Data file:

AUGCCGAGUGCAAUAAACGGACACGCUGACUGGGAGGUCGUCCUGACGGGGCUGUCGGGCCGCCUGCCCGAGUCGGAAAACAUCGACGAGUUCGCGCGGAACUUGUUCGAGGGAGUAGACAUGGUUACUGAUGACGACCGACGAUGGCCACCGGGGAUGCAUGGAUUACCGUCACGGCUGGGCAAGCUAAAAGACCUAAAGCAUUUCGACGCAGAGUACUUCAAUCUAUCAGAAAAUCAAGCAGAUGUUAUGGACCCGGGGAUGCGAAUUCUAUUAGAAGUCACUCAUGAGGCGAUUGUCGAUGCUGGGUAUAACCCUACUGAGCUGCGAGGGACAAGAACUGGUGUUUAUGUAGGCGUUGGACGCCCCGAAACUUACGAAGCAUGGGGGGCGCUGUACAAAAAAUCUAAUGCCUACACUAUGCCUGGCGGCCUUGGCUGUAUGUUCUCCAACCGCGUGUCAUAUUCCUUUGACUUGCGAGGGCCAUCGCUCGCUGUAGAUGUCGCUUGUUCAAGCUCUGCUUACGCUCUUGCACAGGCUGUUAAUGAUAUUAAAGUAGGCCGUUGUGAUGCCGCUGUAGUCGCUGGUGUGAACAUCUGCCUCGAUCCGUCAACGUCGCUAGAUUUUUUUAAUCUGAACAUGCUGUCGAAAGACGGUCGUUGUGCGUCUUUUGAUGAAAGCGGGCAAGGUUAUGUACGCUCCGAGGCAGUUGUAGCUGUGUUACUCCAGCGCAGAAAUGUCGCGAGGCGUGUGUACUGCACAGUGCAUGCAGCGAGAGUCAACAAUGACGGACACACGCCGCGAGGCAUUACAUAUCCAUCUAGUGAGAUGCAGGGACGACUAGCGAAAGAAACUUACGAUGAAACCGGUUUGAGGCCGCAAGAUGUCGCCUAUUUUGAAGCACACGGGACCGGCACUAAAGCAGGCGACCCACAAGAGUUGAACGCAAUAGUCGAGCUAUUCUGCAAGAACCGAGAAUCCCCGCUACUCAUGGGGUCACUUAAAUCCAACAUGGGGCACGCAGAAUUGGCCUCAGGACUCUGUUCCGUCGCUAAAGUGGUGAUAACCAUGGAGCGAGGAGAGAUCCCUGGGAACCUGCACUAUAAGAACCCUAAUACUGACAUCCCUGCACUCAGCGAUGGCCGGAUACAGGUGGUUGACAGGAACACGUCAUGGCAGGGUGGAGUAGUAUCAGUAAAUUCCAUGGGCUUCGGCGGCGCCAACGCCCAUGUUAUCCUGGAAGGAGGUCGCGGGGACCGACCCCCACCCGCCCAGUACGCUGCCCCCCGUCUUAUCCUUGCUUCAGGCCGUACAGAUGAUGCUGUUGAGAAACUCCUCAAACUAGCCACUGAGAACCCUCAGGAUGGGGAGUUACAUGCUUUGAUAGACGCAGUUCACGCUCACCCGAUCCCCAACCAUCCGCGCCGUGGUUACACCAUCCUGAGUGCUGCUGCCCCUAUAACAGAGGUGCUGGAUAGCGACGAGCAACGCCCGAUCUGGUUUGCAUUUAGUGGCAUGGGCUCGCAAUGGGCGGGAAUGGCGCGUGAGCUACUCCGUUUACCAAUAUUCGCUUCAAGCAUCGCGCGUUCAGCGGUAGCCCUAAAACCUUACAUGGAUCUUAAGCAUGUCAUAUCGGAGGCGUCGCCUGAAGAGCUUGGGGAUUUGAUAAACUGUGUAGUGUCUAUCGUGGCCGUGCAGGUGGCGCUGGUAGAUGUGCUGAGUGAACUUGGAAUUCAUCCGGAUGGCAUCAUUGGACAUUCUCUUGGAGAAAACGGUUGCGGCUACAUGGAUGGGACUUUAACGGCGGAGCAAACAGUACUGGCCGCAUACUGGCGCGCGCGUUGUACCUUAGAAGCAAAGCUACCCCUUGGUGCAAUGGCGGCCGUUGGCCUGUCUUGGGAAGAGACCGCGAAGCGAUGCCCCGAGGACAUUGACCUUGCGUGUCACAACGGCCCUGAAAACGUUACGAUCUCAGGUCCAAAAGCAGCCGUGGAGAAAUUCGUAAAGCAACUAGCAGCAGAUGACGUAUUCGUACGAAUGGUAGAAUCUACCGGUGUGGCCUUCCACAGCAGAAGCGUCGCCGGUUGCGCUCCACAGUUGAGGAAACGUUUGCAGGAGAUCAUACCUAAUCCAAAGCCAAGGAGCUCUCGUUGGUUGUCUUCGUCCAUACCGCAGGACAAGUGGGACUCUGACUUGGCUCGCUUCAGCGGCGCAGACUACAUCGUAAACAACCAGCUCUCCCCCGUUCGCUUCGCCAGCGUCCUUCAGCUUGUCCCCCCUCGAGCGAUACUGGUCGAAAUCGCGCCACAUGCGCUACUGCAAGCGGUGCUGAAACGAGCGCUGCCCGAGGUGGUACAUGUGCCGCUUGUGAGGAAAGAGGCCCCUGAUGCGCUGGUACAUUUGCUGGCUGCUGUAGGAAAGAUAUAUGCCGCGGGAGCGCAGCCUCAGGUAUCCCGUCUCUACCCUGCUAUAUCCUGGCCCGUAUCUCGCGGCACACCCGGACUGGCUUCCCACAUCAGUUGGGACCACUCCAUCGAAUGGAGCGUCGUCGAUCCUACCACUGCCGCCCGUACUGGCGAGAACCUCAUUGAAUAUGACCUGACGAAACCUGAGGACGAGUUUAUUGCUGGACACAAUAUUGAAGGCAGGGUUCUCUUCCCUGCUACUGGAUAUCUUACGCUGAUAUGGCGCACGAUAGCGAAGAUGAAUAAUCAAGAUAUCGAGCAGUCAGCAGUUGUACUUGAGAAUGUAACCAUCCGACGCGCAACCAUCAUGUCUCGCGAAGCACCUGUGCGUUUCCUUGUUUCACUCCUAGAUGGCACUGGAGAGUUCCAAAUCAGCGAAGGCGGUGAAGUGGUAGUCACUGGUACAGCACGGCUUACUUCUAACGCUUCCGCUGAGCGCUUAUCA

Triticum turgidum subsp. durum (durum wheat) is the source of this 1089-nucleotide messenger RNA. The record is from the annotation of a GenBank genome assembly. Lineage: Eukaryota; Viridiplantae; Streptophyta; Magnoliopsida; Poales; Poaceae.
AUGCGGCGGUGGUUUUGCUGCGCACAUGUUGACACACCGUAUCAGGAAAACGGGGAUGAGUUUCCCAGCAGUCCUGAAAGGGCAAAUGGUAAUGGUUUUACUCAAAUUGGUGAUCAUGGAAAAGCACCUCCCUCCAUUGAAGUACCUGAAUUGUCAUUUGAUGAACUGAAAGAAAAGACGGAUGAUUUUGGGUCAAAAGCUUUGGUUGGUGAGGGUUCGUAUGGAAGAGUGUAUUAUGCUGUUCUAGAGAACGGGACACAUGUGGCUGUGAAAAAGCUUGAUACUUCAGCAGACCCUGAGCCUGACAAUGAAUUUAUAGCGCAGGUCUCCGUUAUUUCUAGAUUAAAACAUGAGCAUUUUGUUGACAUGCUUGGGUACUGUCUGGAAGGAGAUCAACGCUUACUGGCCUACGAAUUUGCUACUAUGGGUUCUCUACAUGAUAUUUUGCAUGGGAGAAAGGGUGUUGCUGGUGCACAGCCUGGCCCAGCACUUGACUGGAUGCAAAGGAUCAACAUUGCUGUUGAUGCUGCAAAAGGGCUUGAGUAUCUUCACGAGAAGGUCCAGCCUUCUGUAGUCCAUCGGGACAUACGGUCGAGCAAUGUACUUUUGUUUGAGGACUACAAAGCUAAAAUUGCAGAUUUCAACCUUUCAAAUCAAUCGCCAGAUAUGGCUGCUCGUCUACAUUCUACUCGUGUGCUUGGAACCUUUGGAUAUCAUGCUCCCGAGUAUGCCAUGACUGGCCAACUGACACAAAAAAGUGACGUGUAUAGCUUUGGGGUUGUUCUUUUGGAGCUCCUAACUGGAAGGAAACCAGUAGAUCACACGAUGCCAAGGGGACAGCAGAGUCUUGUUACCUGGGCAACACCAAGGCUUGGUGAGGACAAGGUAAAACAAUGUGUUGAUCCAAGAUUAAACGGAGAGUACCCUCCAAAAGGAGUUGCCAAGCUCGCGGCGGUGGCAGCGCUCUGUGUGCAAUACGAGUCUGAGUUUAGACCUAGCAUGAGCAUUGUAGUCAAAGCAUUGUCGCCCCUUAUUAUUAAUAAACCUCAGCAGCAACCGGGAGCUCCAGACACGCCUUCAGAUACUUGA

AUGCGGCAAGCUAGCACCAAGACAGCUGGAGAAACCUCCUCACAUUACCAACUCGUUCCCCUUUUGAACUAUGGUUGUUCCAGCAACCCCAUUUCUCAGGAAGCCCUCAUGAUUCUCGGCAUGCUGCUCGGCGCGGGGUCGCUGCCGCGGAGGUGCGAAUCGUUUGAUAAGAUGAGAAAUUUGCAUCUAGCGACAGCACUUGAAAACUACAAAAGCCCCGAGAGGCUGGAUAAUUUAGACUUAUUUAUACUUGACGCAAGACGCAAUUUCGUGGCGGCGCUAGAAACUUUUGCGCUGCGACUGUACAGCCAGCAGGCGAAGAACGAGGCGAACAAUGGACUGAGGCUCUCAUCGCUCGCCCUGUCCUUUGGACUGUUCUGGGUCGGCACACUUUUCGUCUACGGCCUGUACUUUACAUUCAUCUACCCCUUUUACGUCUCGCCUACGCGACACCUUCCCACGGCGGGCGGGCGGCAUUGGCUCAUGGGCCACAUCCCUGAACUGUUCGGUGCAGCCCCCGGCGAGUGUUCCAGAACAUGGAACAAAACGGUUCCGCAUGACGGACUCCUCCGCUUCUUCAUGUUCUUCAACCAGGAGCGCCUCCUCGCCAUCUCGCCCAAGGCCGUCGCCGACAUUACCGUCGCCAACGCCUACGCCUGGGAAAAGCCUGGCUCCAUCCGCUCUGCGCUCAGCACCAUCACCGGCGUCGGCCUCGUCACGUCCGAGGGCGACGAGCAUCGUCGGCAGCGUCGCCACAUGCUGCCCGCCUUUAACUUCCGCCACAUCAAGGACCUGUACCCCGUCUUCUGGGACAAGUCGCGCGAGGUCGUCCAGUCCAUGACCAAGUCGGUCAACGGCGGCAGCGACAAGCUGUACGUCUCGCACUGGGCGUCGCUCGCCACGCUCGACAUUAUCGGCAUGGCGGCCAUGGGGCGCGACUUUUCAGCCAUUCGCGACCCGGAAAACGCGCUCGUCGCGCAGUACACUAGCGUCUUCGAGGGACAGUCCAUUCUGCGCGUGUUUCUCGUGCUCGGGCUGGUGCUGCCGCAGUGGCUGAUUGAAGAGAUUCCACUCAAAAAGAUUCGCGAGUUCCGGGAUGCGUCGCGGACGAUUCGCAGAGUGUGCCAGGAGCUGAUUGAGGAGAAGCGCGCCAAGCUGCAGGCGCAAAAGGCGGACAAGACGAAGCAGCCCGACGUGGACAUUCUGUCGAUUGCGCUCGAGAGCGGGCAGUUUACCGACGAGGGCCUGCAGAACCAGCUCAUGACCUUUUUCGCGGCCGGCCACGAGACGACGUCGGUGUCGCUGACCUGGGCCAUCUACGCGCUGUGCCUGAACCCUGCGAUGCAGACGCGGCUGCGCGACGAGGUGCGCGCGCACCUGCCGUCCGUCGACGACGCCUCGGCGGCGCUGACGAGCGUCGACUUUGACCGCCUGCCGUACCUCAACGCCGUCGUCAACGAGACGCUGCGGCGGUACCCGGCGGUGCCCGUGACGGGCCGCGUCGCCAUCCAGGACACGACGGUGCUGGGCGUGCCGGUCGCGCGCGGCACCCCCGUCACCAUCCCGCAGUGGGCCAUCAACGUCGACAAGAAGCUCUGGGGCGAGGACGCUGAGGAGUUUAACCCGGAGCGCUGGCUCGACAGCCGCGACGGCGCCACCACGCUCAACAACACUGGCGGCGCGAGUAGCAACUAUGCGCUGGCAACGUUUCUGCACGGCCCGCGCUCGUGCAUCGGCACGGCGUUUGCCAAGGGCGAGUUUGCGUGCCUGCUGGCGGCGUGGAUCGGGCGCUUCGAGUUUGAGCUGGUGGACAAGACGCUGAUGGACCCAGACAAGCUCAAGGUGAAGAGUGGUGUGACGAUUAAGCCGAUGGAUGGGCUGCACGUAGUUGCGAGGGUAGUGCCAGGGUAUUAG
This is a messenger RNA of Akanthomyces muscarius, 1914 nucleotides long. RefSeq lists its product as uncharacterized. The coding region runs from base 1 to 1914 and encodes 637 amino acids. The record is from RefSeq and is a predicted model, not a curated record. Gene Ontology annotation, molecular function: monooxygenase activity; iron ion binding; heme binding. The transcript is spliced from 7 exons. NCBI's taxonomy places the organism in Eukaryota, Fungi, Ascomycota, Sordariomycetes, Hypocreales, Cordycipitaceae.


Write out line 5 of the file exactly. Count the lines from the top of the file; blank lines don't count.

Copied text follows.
This is a messenger RNA of Akanthomyces muscarius, 1914 nucleotides long. RefSeq lists its product as uncharacterized. The coding region runs from base 1 to 1914 and encodes 637 amino acids. The record is from RefSeq and is a predicted model, not a curated record. Gene Ontology annotation, molecular function: monooxygenase activity; iron ion binding; heme binding. The transcript is spliced from 7 exons. NCBI's taxonomy places the organism in Eukaryota, Fungi, Ascomycota, Sordariomycetes, Hypocreales, Cordycipitaceae.